Amebelodon floridanus gomphothere


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   The “Shovel-tusker” is a member of the gomphotheres—a group of proboscideans related to the mammoths and modern-day elephants. Here I’ve depicted a small herd of them making their way on a regularly-used trail through a Slash Pine-Saw Palmetto Scrubland in Miocene Florida.
   For a long time it was assumed that the shovel-shaped lower jaw was used to scoop up marsh plants. Recent tooth-wear analysis, however, suggests that Amebelodons were generalist browsers that used their shovels for many purposes such as scraping bark, breaking branches and stripping leaves.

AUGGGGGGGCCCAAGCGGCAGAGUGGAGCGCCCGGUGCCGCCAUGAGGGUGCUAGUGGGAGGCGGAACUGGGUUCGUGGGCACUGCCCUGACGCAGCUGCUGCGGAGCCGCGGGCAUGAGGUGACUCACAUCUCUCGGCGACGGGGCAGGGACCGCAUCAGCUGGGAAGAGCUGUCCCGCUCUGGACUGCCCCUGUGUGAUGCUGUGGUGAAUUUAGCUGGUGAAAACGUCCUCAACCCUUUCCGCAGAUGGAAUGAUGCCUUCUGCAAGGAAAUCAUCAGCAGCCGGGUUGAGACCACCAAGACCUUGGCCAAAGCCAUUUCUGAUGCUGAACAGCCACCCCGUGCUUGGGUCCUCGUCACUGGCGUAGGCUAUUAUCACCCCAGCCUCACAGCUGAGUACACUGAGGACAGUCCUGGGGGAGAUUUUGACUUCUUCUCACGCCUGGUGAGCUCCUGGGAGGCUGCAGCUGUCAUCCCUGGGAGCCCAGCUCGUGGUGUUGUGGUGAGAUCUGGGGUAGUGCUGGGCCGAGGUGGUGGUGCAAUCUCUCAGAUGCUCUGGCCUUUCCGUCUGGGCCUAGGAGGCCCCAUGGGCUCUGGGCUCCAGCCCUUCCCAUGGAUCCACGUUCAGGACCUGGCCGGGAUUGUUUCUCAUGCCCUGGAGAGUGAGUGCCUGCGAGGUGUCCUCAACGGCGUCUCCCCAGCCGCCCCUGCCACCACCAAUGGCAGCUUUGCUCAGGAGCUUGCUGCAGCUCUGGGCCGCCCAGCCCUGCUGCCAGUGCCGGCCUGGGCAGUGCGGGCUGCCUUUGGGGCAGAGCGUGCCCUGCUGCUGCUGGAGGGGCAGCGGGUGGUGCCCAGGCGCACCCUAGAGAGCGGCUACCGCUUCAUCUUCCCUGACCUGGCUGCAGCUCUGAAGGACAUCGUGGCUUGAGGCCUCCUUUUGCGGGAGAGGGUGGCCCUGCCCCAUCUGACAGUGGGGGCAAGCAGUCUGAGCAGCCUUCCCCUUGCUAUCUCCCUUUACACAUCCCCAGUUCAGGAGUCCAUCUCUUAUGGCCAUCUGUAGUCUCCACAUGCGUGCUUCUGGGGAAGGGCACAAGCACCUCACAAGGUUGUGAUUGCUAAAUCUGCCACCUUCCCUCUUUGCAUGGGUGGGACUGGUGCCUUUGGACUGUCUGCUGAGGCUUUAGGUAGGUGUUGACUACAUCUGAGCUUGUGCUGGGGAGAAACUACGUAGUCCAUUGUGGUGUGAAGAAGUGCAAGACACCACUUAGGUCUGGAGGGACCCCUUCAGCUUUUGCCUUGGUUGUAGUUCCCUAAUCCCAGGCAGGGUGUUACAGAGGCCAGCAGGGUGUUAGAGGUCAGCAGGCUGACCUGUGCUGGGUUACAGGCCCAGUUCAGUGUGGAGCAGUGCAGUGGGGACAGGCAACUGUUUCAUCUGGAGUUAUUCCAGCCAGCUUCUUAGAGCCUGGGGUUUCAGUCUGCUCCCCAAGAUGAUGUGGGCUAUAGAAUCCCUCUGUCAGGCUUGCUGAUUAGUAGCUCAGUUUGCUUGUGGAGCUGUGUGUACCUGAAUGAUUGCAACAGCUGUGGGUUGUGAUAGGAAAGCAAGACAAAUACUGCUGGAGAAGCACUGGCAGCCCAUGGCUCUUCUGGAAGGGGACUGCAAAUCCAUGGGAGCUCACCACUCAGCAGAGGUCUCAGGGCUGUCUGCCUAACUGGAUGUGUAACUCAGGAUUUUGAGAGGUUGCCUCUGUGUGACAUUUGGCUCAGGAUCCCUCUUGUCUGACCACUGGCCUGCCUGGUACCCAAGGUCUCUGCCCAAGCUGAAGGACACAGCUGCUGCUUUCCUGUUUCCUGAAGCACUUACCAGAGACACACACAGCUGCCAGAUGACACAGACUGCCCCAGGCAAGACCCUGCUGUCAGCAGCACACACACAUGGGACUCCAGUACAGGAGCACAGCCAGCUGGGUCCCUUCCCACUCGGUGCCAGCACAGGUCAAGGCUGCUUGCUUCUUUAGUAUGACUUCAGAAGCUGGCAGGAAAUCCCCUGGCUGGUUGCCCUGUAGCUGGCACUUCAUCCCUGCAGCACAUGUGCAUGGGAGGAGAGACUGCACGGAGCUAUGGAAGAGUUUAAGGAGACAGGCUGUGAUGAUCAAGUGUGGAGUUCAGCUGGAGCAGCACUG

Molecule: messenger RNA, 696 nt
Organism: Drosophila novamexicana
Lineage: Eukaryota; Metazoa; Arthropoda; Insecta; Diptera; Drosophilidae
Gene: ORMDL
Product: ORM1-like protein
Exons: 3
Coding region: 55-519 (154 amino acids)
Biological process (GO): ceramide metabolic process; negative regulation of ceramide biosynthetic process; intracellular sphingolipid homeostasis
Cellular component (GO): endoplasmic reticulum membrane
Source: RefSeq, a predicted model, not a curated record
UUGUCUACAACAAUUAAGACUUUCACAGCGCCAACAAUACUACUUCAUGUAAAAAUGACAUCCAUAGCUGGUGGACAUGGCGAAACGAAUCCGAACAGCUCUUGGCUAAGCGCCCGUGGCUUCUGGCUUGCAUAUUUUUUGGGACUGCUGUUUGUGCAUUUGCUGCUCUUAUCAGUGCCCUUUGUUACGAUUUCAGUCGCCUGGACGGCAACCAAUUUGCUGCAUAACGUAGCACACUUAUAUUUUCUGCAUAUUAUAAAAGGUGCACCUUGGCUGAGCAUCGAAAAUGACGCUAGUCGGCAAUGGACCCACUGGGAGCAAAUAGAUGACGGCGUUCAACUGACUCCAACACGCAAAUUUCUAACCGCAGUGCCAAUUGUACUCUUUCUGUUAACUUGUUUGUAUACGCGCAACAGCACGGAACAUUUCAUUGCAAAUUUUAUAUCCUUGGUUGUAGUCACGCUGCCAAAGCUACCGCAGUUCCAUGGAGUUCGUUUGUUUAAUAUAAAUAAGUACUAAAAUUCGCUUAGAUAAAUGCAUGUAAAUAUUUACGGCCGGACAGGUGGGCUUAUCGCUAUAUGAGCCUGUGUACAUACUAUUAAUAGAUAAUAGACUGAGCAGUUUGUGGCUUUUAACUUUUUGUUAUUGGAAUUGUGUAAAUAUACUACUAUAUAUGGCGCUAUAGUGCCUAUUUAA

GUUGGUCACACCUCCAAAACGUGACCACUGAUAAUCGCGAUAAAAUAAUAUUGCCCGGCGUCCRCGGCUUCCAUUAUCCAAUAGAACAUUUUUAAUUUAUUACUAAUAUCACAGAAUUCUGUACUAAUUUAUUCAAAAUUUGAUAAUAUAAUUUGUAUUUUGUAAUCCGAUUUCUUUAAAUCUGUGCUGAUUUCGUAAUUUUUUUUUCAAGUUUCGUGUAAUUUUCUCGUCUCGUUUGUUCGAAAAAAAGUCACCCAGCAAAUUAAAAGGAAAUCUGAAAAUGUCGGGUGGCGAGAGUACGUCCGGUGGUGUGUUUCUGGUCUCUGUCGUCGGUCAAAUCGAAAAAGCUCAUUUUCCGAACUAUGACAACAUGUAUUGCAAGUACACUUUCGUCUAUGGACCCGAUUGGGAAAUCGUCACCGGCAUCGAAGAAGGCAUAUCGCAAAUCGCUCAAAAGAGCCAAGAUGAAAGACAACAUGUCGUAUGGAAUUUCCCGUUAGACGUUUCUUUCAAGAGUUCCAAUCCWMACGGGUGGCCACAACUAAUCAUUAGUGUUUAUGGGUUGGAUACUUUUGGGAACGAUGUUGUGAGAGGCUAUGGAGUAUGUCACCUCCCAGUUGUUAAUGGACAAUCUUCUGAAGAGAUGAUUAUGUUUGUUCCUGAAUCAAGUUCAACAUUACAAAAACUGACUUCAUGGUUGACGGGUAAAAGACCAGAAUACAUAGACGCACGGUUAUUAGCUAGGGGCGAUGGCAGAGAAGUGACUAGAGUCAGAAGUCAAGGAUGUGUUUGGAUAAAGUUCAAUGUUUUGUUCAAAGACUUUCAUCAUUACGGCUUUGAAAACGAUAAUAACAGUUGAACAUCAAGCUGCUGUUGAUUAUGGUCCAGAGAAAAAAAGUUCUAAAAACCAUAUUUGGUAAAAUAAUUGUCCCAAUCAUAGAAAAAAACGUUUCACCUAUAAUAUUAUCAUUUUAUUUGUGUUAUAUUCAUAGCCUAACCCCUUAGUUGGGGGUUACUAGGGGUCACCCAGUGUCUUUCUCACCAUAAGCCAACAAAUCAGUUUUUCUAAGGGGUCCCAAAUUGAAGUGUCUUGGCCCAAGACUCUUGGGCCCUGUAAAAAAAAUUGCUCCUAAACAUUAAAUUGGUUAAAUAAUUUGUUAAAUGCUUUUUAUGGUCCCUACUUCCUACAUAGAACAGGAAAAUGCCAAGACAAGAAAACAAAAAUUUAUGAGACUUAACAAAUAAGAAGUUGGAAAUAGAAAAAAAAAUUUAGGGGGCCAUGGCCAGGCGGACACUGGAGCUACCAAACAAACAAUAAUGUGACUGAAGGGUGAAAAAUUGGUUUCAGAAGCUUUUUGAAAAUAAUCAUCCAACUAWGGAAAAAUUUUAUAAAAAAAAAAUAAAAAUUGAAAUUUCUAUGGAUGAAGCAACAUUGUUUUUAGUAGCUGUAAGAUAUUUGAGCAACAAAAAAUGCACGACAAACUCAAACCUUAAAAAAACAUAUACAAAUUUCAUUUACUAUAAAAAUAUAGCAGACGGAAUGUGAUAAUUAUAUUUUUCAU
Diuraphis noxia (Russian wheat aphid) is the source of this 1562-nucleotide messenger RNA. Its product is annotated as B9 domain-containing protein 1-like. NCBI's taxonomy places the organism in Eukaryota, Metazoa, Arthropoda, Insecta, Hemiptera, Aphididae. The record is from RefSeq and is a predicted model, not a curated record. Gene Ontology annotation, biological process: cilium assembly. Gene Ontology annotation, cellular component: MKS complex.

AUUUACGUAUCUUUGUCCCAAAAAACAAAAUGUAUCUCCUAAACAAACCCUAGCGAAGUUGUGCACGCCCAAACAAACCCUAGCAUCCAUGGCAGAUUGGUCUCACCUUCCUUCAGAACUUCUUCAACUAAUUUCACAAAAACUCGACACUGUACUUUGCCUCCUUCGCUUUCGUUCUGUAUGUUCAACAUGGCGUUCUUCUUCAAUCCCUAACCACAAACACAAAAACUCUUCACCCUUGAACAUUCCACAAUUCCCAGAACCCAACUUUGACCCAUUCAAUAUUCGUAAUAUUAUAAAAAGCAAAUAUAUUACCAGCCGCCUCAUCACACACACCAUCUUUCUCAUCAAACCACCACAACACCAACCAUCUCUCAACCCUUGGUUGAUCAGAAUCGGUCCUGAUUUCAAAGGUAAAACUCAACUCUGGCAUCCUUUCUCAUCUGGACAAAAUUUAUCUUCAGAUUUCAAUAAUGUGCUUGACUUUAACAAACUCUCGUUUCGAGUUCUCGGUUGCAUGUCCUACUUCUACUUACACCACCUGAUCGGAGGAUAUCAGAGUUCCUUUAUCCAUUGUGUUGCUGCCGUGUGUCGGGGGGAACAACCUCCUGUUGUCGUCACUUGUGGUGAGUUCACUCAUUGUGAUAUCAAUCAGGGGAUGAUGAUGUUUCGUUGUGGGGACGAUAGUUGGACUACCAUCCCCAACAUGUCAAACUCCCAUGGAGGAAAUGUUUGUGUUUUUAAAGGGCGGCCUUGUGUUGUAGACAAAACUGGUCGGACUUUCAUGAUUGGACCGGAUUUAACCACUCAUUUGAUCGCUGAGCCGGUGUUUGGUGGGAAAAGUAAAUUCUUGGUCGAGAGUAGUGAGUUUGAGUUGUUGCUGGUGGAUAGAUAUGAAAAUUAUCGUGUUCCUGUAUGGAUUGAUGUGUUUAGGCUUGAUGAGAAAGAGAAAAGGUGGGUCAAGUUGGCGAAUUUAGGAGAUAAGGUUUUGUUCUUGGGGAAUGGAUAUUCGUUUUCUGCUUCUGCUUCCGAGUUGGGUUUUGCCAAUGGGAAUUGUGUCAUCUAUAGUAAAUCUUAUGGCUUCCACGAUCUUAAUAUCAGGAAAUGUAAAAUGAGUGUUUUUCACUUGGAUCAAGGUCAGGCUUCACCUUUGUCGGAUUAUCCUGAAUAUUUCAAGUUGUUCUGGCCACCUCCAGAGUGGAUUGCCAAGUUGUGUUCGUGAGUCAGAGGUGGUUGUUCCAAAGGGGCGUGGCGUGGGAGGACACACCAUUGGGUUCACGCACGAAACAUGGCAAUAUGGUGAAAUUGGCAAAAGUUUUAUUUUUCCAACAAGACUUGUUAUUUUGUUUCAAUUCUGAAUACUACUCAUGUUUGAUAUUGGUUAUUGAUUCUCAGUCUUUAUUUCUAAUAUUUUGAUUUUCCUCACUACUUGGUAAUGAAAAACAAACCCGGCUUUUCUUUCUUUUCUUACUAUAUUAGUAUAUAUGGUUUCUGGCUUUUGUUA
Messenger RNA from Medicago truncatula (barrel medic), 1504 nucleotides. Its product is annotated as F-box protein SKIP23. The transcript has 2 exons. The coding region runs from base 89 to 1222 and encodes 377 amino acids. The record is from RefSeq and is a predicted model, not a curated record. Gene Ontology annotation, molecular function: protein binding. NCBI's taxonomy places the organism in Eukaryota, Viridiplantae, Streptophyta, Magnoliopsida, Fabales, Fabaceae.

The large “cats” fleeing in the foreground are barbourofelids. Though they look like sabre-tooth smilodons, barbourofelids (and their close relatives, the nimravids) are not closely related to cats, being instead an example of convergent evolution. Barbourofelids were pretty robust and built more like a bear than a cat. As such, these two probably could take down an adult Amebelodon if they wanted, but like most predators they’d rather flee than risk a potentially fatal injury.



Amebelodon floridanus ©2011 John Meszaros.  All Rights Reserved S